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Mr. Kamau Thugge and Mr. Anthony R. Boote

Abstract

Este folleto describe la iniciativa que emprendieron el FMI y el Banco Mundial en 1996 para abordar de manera integral la carga global de la deuda de determinados países pobres muy endeudados (PPME) que estaban aplicando programas de ajuste y reforma con el respaldo de ambas instituciones. El objetivo de esta Iniciativa es reducir la deuda de estos países a niveles sostenibles de modo que puedan cumplir con sus obligaciones corrientes y futuras de servicio de la deuda sin comprometer indebidamente su crecimiento económico. Este folleto describe los fundamentos y las principales características de la Iniciativa, según fue concebida originalmente en 1996, y su implementación hasta el cuarto trimestre de 1999, que culminó en la aprobación a finales de ese año de la Iniciativa Reforzada para los PPME, cuya finalidad es suministrar un alivio de la deuda más profundo y más rápido a un mayor número de países. La Iniciativa Reforzada para los PPME también busca asegurar que el alivio de la deuda esté integrado en una estrategia de reducción de la deuda de alcance más general, formulada con una participación de amplia base y adaptada a las circunstancias de cada país.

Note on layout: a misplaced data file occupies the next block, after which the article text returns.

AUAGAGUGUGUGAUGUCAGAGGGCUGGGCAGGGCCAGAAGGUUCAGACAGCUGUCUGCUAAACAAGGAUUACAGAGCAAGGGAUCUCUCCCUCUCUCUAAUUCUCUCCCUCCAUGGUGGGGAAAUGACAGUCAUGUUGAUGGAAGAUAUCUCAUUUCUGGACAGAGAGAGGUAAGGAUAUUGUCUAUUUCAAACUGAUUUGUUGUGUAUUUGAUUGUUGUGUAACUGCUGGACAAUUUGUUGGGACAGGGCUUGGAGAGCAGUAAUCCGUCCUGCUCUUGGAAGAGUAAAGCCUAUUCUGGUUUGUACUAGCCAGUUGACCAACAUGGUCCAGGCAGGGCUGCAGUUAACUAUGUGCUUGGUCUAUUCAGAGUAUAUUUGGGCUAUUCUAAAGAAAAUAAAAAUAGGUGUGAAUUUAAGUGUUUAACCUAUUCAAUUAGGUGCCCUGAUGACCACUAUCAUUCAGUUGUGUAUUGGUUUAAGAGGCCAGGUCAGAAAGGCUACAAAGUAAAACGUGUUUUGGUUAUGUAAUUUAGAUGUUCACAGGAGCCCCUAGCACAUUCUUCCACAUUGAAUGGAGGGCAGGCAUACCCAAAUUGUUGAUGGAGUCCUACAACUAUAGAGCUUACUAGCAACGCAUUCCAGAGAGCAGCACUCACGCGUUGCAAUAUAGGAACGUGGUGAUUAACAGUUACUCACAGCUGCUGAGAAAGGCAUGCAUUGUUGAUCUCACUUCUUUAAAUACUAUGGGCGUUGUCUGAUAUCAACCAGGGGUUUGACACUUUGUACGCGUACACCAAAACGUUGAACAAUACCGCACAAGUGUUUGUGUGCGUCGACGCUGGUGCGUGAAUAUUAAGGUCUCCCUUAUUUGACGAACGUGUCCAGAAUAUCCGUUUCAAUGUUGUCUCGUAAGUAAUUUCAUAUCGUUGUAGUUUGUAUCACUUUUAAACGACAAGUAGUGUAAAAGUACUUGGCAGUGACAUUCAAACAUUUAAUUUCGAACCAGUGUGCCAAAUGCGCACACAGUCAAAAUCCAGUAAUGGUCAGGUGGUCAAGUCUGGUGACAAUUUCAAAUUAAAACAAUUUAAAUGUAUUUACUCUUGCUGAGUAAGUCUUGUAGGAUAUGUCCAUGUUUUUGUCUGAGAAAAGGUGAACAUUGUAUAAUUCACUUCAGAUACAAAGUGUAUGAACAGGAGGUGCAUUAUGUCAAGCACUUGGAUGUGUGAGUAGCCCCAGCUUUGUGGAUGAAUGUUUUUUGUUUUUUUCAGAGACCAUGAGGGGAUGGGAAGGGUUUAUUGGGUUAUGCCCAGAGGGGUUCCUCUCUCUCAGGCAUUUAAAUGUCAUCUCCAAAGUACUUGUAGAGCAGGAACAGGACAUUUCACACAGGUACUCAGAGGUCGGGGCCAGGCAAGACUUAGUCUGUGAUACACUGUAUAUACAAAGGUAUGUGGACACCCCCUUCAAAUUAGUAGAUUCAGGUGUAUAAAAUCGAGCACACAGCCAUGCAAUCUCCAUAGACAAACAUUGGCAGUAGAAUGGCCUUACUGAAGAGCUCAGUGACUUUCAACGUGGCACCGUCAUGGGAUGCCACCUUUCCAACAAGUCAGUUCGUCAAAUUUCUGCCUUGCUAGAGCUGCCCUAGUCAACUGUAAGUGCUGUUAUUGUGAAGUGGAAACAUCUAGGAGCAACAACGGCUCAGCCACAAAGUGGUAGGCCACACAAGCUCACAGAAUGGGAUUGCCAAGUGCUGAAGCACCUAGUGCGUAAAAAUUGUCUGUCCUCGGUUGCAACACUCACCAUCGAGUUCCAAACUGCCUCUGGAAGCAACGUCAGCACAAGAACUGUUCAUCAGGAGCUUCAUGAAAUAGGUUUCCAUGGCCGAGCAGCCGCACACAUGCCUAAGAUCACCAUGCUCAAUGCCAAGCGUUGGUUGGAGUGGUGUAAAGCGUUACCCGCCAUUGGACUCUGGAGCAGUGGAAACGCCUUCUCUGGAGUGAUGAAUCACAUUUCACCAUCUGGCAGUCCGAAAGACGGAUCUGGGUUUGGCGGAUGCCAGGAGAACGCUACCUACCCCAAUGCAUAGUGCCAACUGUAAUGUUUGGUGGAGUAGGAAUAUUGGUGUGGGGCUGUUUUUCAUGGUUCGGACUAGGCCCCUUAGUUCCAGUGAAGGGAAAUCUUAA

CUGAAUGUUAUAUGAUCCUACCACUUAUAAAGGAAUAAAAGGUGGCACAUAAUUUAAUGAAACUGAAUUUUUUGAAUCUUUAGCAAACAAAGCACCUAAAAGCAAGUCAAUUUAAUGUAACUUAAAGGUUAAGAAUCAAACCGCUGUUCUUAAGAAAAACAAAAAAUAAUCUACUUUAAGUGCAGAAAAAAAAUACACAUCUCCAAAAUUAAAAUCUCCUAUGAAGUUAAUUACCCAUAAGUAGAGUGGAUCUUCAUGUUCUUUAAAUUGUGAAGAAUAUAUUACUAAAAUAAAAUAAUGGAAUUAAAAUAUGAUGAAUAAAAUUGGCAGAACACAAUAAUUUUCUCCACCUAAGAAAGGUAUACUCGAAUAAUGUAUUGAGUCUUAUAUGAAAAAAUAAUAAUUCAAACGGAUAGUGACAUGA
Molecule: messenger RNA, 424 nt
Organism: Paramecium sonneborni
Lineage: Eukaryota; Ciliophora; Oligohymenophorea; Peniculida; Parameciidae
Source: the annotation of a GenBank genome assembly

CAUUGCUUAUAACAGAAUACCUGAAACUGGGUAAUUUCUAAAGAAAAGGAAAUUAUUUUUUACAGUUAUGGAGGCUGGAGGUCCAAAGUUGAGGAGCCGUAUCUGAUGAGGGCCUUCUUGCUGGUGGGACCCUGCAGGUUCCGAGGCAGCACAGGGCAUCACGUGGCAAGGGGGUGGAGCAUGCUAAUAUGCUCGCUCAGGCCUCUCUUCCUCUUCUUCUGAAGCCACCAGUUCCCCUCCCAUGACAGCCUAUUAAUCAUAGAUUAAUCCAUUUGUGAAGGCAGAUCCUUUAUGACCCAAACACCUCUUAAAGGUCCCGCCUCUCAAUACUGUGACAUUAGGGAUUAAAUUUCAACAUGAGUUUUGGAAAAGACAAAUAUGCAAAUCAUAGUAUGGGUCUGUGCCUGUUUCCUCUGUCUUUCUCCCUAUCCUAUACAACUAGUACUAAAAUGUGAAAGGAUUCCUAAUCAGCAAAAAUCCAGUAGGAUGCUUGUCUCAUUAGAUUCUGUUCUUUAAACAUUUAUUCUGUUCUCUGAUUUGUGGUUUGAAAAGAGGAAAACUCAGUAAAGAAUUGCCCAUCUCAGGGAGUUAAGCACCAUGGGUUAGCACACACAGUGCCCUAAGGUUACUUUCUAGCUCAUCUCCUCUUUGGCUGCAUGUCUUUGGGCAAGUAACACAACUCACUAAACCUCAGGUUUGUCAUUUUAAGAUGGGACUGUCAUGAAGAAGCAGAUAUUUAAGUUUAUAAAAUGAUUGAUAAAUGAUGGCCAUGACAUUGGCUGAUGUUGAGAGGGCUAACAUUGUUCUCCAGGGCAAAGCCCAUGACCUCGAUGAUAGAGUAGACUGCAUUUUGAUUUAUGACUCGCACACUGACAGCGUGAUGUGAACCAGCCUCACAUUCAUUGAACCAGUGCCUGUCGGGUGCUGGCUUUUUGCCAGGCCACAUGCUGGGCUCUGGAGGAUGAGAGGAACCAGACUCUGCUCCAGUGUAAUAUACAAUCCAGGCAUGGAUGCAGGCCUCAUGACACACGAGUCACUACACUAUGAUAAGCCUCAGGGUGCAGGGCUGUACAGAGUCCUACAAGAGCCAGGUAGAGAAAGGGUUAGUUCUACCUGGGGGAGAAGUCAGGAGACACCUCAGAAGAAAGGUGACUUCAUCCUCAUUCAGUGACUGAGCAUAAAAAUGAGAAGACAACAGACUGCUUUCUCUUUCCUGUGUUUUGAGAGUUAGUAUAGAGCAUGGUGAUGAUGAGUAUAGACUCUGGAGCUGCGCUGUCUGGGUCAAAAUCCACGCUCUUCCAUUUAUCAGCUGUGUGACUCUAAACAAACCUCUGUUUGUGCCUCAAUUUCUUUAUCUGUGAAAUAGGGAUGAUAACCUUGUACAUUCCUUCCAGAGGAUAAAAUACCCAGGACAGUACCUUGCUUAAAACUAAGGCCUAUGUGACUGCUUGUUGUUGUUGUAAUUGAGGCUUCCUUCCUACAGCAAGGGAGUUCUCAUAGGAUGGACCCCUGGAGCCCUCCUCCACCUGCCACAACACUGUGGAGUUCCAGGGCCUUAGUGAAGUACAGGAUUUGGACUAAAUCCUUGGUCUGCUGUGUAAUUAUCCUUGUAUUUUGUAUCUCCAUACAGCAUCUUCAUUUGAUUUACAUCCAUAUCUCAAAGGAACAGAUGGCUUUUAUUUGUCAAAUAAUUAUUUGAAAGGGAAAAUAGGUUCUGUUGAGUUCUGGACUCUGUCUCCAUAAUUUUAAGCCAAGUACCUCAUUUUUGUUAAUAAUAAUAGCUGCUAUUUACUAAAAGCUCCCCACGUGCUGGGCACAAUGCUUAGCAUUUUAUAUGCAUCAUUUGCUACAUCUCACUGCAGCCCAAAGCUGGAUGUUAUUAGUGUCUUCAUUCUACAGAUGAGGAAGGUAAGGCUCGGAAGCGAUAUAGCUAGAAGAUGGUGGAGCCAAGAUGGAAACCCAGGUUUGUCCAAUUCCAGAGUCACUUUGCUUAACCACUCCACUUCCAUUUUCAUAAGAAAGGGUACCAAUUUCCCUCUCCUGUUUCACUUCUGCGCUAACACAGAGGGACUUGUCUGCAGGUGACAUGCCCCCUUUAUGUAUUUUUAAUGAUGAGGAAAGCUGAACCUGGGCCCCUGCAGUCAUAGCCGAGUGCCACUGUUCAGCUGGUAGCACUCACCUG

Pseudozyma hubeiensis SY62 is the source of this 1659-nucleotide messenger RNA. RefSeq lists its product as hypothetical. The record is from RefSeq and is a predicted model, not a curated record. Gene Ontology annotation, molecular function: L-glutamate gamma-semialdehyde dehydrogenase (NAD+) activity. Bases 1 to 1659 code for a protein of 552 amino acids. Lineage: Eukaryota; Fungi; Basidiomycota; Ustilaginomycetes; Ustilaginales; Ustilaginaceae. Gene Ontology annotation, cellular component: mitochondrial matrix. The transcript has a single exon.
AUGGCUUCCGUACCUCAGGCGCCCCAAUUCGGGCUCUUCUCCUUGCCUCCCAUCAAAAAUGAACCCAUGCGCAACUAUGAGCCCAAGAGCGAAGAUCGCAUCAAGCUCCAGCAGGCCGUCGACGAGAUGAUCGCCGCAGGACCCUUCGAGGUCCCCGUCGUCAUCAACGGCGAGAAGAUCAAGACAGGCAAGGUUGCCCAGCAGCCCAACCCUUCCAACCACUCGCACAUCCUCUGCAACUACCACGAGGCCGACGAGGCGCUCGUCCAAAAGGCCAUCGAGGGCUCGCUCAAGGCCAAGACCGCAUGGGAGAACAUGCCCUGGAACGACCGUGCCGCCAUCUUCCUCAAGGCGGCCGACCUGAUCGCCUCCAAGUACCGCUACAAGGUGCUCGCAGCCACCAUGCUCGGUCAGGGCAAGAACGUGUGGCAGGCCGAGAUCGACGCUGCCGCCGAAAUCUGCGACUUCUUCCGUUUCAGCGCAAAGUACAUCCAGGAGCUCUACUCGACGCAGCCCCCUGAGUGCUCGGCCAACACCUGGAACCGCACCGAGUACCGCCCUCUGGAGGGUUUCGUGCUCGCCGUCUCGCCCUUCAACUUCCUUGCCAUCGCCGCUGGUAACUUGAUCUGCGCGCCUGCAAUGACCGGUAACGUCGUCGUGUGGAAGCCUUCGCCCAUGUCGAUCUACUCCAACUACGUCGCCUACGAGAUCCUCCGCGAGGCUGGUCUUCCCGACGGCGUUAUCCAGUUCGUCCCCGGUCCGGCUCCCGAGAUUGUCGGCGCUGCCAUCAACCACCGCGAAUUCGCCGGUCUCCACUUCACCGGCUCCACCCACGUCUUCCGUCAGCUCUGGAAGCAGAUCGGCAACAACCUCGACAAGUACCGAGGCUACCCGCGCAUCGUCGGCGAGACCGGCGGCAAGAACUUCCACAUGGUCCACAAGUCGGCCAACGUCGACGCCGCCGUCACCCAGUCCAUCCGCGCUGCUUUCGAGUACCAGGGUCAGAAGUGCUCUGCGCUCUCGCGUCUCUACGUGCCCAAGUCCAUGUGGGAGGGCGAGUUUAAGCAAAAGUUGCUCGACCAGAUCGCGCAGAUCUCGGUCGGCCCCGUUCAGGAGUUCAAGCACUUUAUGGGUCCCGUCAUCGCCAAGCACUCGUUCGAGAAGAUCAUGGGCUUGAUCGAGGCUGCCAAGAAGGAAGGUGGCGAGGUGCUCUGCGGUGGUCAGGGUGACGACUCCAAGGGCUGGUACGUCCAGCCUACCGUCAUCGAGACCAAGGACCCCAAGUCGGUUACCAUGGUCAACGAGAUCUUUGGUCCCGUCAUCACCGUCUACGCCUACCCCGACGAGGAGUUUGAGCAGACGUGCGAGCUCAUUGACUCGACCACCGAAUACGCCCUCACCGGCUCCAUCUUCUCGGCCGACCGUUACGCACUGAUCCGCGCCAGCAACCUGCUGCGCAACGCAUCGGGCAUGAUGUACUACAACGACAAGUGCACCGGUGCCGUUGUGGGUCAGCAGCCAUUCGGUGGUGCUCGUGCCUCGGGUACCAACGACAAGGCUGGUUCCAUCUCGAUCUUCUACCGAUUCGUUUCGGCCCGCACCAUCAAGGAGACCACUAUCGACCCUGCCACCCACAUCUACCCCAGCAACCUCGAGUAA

Mr. Kamau Thugge and Mr. Anthony R. Boote

Abstract

At their meetings in September 1996, the IMF’s Interim Committee and the IMF and World Bank’s Development Committee endorsed specific proposals put forward jointly by the IMF and the World Bank to address the problems of a limited number of HIPCs that follow sound policies, but for which traditional debt-relief mechanisms are inadequate to secure a sustainable external debt position over the medium term. The Committees requested the two institutions to proceed quickly with the implementation of the Initiative.

International Monetary Fund

Abstract

El autor -quien ocupó un alto cargo en el FMI durante dos décadas- en primer lugar centra la atención en el sistema de cuotas y la distribución del poder de voto en el FMI y concluye que se requieren reformas para lograr una mayor equidad entre los países miembros. Seguidamente examina cómo se toman las decisiones en el Directorio Ejecutivo, con énfasis en la formación de consenso en una institución basada en la cooperación, y el historial de supervisión política del sistema monetario internacional a través del Comité Provisional y su sucesor, el Comité Monetario y Financiero Internacional. En ese contexto, el autor también aborda el impacto que tienen en las decisiones que toma el FMI las actividades de los grupos de países miembros, así como los intereses divergentes de los principales accionistas. Posteriormente señala las características distintivas de las crisis financieras de la década de 1990 y examina cómo repercuten en la estructura de gobierno del FMI. El ensayo concluye con una evaluación de la estructura de gobierno del FMI.